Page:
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139 Table B-2. Continued M. incognita race M. javanica M. arenaria race M. hapla Plant species Cultivar Common Name 1 2 3 4? 12 ? Source Coreopsis stillmanii --Stillmans tickseed R 1 Coreopsis tinctoria --Golden tickseed R 50 Coreopsis verticillata Moonbeam Tickseed S 21 Cornus florida --Eastern flowering dogwood S 6 Cornus florida --Eastern flowering dogwood S 40 Cosmos bipinnatus --Garden cosmos R 1 Cosmos bipinnatus --Garden cosmos R 50 Cosmos sulphunus --Sulphur cosmos SL 42 Costus speciosus --Wild ginger SS 16 Cotoneaster horizontalis --Rockspray cotoneaster SL 39 Crataeva nurvala --Three-leaf caper S 16 Crinum longifolium --Hardy swamplily R 35 Crossandra undulifolia Orange Firecracker flower S 43

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140 Table B-2. Continued M. incognita race M. javanica M. arenaria race M. hapla Plant species Cultivar Common Name 1 2 3 4? 12 ? Source Crossandra undulifolia Red Firecracker flower S 43 Croton sparsiflorus --Croton S 42 Cucumis melo ssp. melo Flexuosus Snakemelon SS 57 Dahlia pinnata --Pinnate dahlia S 42 Dahlia variabilis --Dahlia S 1 Dahlia variabilis --Dahlia R 35 Dahlia variabilis --Dahlia S 50 Delphinium ajacis --Larkspur S 1 Delphinium ajacis --Larkspur S 50 Delphinium grandiflorum Blue Mirror Siberian larkspur S 21 Dendranthema indicum --Chrysanthemum R 50

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141 Table B-2. Continued M. incognita race M. javanica M. arenaria race M. hapla Plant species Cultivar Common Name 1 2 3 4? 12 ? Source Dendranthema morifolium --Florists daisy R 1 Dianella caerulea --Cerulean flaxlily S 33 Dianthus barbatus --Sweet william R 1 Dianthus barbatus --Sweet william S 50 Dianthus barbatus Indian Carpet Sweet william R 21 Dianthus caryophyllus --Carnation S 1 Dianthus caryophyllus --Carnation R 50 Dianthus caryophyllus Antalia Carnation SL 10 Dianthus caryophyllus Astra Carnation S 10 Dianthus caryophyllus Beta Carnation S 10 Dianthus caryophyllus Carmit Carnation SL 10 Dianthus caryophyllus Castelaro Carnation SL 10

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142 Table B-2. Continued M. incognita race M. javanica M. arenaria race M. hapla Plant species Cultivar Common Name 1 2 3 4? 12 ? Source Dianthus caryophyllus Darling Carnation S 10 Dianthus caryophyllus Desio Carnation SL 10 Dianthus caryophyllus Echo Carnation SL 10 Dianthus caryophyllus Elegance Korea Carnation S 10 Dianthus caryophyllus Espana Carnation SL 10 Dianthus caryophyllus Galil Carnation S 10 Dianthus caryophyllus Imperial White Sim Carnation S 10 Dianthus caryophyllus Izu Pink Carnation SL 10 Dianthus caryophyllus Kappa Carnation R 10 Dianthus caryophyllus Lena Carnation S 10 Dianthus caryophyllus Mars Carnation S 10 Dianthus caryophyllus Mercury Carnation SL 10 Dianthus caryophyllus Rachel Carnation SL 10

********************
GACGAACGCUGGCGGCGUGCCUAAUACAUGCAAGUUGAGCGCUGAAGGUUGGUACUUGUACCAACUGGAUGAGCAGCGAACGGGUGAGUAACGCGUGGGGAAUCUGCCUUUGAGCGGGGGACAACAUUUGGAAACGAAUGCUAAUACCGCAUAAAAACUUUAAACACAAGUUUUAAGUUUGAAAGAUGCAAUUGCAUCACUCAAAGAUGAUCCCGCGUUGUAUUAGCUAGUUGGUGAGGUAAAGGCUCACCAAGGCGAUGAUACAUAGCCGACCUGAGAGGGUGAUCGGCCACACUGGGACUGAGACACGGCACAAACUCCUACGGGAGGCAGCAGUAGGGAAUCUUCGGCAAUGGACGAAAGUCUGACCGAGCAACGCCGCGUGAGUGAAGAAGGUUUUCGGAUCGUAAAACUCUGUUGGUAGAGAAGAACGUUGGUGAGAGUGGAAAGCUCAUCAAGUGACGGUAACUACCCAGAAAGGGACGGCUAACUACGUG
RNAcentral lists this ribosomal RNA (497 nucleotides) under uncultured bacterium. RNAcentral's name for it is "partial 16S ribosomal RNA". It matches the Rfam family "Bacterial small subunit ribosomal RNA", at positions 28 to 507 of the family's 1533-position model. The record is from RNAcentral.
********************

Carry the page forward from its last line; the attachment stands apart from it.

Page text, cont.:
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143 Table B-2. Continued M. incognita race M. javanica M. arenaria race M. hapla Plant species Cultivar Common Name 1 2 3 4? 12 ? Source Dianthus caryophyllus Rara Carnation SL 10 Dianthus caryophyllus Red Corso Carnation SL 10 Dianthus caryophyllus Red Lena Carnation S 10 Dianthus caryophyllus Roland Carnation S 10 Dianthus caryophyllus Rony Carnation SL 10 Dianthus caryophyllus Sarinah Carnation S 10 Dianthus caryophyllus Saturn Carnation SL 10 Dianthus caryophyllus Saturnus Carnation SL 10 Dianthus caryophyllus Scarlet Elegance Carnation S 10 Dianthus caryophyllus Shinkibo Carnation S 10 Dianthus caryophyllus Target Carnation SL 10 Dianthus caryophyllus Tasman Carnation S 10 Dianthus caryophyllus Virgo Carnation S 10

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144 Table B-2. Continued M. incognita race M. javanica M. arenaria race M. hapla Plant species Cultivar Common Name 1 2 3 4? 12 ? Source Dianthus caryophyllus White Royalitee Carnation SL 10 Dianthus caryophyllus Yellow Dusty Carnation S 10 Dianthus chinensis --Rainbow pink S 42 Dianthus chinensis --Rainbow pink R 50 Dianthus chinensis Baby Doll Mix Rainbow pink S SL S 30 Dianthus chinensis Princess Scarlet Rainbow pink S 54 Dicentra spectabilis Alba White bleeding heart S 21 Dieffenbachia amoena Tropic Snow Dumb cane S 33 Digitalis ambigua --Yellow foxglove SL 21 Digitalis lanata --Grecian foxglove SS 16 Digitalis purpurea --Common foxglove S 16 Digitalis purpurea Excelsior Common foxglove SL 21 Doronicum orientale Magnificum Oriental false leopardbane S 21

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145 Table B-2. Continued M. incognita race M. javanica M. arenaria race M. hapla Plant species Cultivar Common Name 1 2 3 4? 12 ? Source Dracaena marginata --Dragontree SL SL S SL R 26 Echinacea purpurea --Purple coneflower R R 53 Echinacea purpurea Leuchtstern Purple coneflower R 22 Echinops bannaticus Taplow Blue Globe thistle SL 22 Elaeagnus pungens --Elaeagnus R 39 Elytraria acaulis --Scalystem S 16 Epimedium versicolor Sulphureum Yellow barrenwort R 22 Eriobotrya japonica --Loquat SS 41 Eschscholtzia californica --California poppy S 50 Eschscholtzia californica --Californian poppy S 1 Euonymus alatus Compacta Winged spindletree R 6 Euonymus japonicus --Japanese spindletree S 41 Euphorbia thymifolia --Gulf sandmat S 16

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146 Table B-2. Continued M. incognita race M. javanica M. arenaria race M. hapla Plant species Cultivar Common Name 1 2 3 4? 12 ? Source Evolulus glomeratus Blue Daze Evolvulus S 8 Fagus grandifolia --American beech RR SS R 44 Ficus benjamina --Weeping fig S S S S R 26 Ficus benjamina --Weeping fig S 33 Ficus elastica Decora Indian rubber tree S 33 Filipendula rubra Venusta Magnifica Queen of the prairie SL 21 Flacourtia indica --Governors plum S 16 Fragaria ananassa Pink Panda Hybrid strawberry R R 53 Freesia --Freesia S 35 Gaillardia grandiflora Goblin Blanket flower R 21 Gaillardia pulchella Picta Blanket flower R 42 Gardenia jasminoides --Gardenia S S 12 Gardenia jasminoides --Gardenia S SS 24